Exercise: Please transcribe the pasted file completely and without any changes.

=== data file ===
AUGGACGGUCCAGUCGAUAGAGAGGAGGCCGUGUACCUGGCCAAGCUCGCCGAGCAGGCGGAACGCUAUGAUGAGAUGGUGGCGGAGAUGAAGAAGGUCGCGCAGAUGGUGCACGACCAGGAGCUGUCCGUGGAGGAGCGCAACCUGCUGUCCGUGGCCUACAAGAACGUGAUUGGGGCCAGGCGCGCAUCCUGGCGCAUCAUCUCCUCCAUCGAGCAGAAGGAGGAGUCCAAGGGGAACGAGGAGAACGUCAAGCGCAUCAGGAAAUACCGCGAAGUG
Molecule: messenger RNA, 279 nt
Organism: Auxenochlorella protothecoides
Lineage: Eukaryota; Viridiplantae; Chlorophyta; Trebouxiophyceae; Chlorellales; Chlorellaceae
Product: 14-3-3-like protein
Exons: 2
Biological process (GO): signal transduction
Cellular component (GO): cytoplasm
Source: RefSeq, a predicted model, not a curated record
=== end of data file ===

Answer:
AUGGACGGUCCAGUCGAUAGAGAGGAGGCCGUGUACCUGGCCAAGCUCGCCGAGCAGGCGGAACGCUAUGAUGAGAUGGUGGCGGAGAUGAAGAAGGUCGCGCAGAUGGUGCACGACCAGGAGCUGUCCGUGGAGGAGCGCAACCUGCUGUCCGUGGCCUACAAGAACGUGAUUGGGGCCAGGCGCGCAUCCUGGCGCAUCAUCUCCUCCAUCGAGCAGAAGGAGGAGUCCAAGGGGAACGAGGAGAACGUCAAGCGCAUCAGGAAAUACCGCGAAGUG
Molecule: messenger RNA, 279 nt
Organism: Auxenochlorella protothecoides
Lineage: Eukaryota; Viridiplantae; Chlorophyta; Trebouxiophyceae; Chlorellales; Chlorellaceae
Product: 14-3-3-like protein
Exons: 2
Biological process (GO): signal transduction
Cellular component (GO): cytoplasm
Source: RefSeq, a predicted model, not a curated record